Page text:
These options make ZITADEL an ideal way to bring your own identity (BYOI) capabilities to your customers. Combining service consolidation with delegate access management like ZITADEL ensures that your users have the flexibility they need when setting up their organization access rules.

Going through ZITADEL takes away the difficulty of managing multiple services, and the consistent interface means your users don't have to figure out all the different login types.

Branding and Experience Customization

When dealing with relationships between multiple organizations, you need to decide how logins are handled. Do you use a default login screen or redirect users to one with a specific organization's branding?

With ZITADEL, you can configure these relationships on a case-by-case basis for different roles and companies. You can also easily create branding and add logos for each client. And of course, you can adjust it all without having to redevelop your site.

ZITADEL's multi-tenancy support means you can sell your services to different companies and deliver the specific features they need. These can be tailored to their needs and perhaps support different service tiers that you offer.

As well as branding, different organizations can then use different rules, such as their password policies and multi-authentication requirements. It's easy to customize these using a centralized service provider.

Benefits of Experience

Without experience in security, it's hard to keep up with the ever-changing technical and regulatory requirements. Given how risky mistakes are, it makes sense to bring in outside help.

Implementing delegated access management and self service is complex. When developing such services, it's easy to overlook this complexity. Many services implement authorization and authentication themselves, but as the scope widens to include delegated access management, this becomes an increasingly bad idea.

For nonspecialists, the chances of making a mistake are significant. The investment and maintenance requirements are also high and easy to underestimate.

By using an experienced service provider to handle these areas, you can focus on business logic and deliver a better product.

Security Dangers

Small mistakes in authentication and authorization services can have dire consequences. Access control, identification, and authentication are all prominent in the Open Web Application Security Project (OWASP) top ten security risks. Hackers are getting ever more sophisticated, and a successful attack can be catastrophic for a business on the receiving end.

To try and prevent attacks as well as develop a secure system in the first place, you have to continually update it as new threats emerge.

You also have to deal with the evolution of your wider platform. Every time you add or change a feature, you risk undermining your existing security measures and opening up a vector of attack.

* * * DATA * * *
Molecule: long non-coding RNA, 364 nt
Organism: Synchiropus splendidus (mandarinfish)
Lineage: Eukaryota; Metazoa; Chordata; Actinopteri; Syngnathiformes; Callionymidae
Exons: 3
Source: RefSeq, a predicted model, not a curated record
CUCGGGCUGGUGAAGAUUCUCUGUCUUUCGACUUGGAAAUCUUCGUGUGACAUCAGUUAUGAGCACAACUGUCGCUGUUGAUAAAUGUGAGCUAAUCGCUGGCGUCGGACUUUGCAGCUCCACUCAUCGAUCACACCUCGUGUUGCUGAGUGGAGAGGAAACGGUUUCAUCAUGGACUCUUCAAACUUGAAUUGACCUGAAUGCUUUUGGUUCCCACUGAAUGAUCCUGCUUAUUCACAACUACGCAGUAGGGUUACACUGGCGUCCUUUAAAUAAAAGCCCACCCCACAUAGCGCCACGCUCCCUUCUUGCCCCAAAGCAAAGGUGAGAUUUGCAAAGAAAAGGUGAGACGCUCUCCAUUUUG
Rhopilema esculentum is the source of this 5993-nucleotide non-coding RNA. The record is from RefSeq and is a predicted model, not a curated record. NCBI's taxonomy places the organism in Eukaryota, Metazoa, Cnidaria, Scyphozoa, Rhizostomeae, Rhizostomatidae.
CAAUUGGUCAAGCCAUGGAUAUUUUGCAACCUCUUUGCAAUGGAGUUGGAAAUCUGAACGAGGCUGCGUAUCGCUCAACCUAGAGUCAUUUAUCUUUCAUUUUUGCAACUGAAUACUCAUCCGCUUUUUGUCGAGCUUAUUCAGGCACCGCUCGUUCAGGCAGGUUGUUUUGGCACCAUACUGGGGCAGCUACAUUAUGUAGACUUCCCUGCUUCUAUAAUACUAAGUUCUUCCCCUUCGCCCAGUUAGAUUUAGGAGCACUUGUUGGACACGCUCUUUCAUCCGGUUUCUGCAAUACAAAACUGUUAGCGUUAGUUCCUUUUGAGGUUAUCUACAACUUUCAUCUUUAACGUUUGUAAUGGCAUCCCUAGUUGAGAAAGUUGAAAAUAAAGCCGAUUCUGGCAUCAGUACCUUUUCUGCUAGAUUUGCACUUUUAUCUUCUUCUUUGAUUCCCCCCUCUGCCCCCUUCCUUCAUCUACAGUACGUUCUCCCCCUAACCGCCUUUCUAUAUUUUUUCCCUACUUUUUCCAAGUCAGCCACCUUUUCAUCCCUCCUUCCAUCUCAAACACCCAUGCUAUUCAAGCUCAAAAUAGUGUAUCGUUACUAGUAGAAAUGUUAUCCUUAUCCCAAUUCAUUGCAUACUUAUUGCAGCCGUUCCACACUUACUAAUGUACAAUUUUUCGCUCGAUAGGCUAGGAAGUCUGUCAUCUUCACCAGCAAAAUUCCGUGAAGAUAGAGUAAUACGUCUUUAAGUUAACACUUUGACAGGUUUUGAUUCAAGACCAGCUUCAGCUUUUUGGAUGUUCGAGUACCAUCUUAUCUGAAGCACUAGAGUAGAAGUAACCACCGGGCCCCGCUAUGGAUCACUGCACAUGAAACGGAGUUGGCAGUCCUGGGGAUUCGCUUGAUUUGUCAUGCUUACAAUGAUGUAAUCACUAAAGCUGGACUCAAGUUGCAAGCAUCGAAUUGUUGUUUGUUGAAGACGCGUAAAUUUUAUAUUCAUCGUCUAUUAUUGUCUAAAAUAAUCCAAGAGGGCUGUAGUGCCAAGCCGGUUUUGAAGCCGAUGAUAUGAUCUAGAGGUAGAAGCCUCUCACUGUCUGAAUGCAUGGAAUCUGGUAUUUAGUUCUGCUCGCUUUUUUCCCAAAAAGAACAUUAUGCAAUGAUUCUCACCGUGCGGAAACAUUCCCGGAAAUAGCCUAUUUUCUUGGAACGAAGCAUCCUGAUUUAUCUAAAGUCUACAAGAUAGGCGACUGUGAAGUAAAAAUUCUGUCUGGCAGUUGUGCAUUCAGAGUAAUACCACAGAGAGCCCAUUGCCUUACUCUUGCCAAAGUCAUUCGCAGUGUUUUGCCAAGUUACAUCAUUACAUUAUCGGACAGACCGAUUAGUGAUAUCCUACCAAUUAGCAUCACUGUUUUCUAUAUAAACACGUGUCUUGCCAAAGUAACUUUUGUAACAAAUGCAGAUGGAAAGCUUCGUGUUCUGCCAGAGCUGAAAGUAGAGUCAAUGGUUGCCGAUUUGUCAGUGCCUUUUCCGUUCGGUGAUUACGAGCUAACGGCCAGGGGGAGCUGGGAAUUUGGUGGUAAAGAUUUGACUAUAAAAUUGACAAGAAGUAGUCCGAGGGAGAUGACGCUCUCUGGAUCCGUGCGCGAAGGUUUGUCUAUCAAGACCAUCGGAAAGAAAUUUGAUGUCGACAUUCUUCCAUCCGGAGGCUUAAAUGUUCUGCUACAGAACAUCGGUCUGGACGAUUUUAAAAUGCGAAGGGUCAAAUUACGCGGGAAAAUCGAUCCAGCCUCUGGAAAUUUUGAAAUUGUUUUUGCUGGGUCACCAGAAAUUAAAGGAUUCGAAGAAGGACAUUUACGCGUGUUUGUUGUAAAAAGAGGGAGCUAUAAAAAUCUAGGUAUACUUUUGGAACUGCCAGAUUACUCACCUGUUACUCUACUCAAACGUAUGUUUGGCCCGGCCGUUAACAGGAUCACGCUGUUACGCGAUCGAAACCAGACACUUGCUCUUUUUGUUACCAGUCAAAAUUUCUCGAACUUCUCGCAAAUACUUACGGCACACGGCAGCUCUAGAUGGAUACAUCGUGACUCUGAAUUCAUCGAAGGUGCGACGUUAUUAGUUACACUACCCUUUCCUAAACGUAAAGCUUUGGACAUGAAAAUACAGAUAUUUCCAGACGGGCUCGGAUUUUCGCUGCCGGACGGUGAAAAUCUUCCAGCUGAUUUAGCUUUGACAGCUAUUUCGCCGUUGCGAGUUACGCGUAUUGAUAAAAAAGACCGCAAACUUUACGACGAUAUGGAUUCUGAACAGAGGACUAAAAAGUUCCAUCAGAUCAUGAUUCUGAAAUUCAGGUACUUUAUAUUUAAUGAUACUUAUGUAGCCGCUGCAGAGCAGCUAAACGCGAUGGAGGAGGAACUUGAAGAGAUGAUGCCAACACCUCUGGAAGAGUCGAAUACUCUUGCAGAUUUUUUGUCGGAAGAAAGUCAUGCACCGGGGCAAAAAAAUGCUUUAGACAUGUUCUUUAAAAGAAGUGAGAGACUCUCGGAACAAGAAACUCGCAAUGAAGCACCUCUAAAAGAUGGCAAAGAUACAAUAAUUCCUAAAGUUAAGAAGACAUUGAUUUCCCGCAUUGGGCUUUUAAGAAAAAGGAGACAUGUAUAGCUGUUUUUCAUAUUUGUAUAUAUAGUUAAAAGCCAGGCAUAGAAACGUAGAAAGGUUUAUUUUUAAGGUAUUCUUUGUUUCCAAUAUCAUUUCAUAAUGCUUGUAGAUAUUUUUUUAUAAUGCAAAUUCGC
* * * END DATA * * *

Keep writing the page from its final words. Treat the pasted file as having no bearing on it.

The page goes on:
Using an external service to provide authentication and authorization means you have dedicated experts continually updating their platform to deal with the latest vulnerabilities.

Plugging into a mature system via an API lets you deliver an up-to-date, secure service without the need for continual development investment.

And there are even more issues to think about, including setting up security policies, limiting the impact of DDoS attacks, and configuring the various types of encryption needed to authenticate users. None of these are easy to do.

With authentication and authorization handled for you, your developers are free to focus on your core product. You can concentrate on providing features and evolving your own platform without the added overhead of providing auth to external organizations.


Scaling can create issues, as additional users and support for new platforms put your infrastructure under pressure. ZITADEL supports unlimited users and projects, meaning it won't become a bottleneck.

Simplifying your services through delegated access management means you can use specialized tools to handle authorization and authentication, and these dedicated services can be chosen with scaling in mind.

They also prevent your codebase from getting out of hand as the range of clients, roles, and permissions you handle grows. Carefully partitioning it into a separate service keeps yours leaner and easy to work with.

Additional Features

Login policies are another way to give your clients control. These can be easily defined from ZITADEL's console. Login policies allow you to set authentication methods for your users and can be changed as your clients' needs evolve. They can do that without having to make code changes. You can also do this on an organizational level. For example, a SaaS provider can set different policies.

You can learn more about ZITADEL's feature set on its website.


Access management is a complex topic. Managing permissions and granting access to the right people are enough of a challenge, but the changing security landscape and ever-increasing feature sets make it even harder to keep up.

Fortunately, there are alternatives to doing everything yourself. With the right support, you can provide your clients with self-service capability. In return, they get a wide range of features along with cutting-edge security. They also reduce their costs, letting them focus on what they do best.

ZITADEL is an open source identity management platform that provides you with a wide range of features like OpenID Connect, SAML 2.0, OAuth 2, FIDO2, OTP, and an unlimited audit trail. With ZITADEL, you can solve all your authentication and authorization needs. Check out our repo and give us a GitHub star. We appreciate the feedback.

This article was contributed by James Konik.

Liked it? Share it!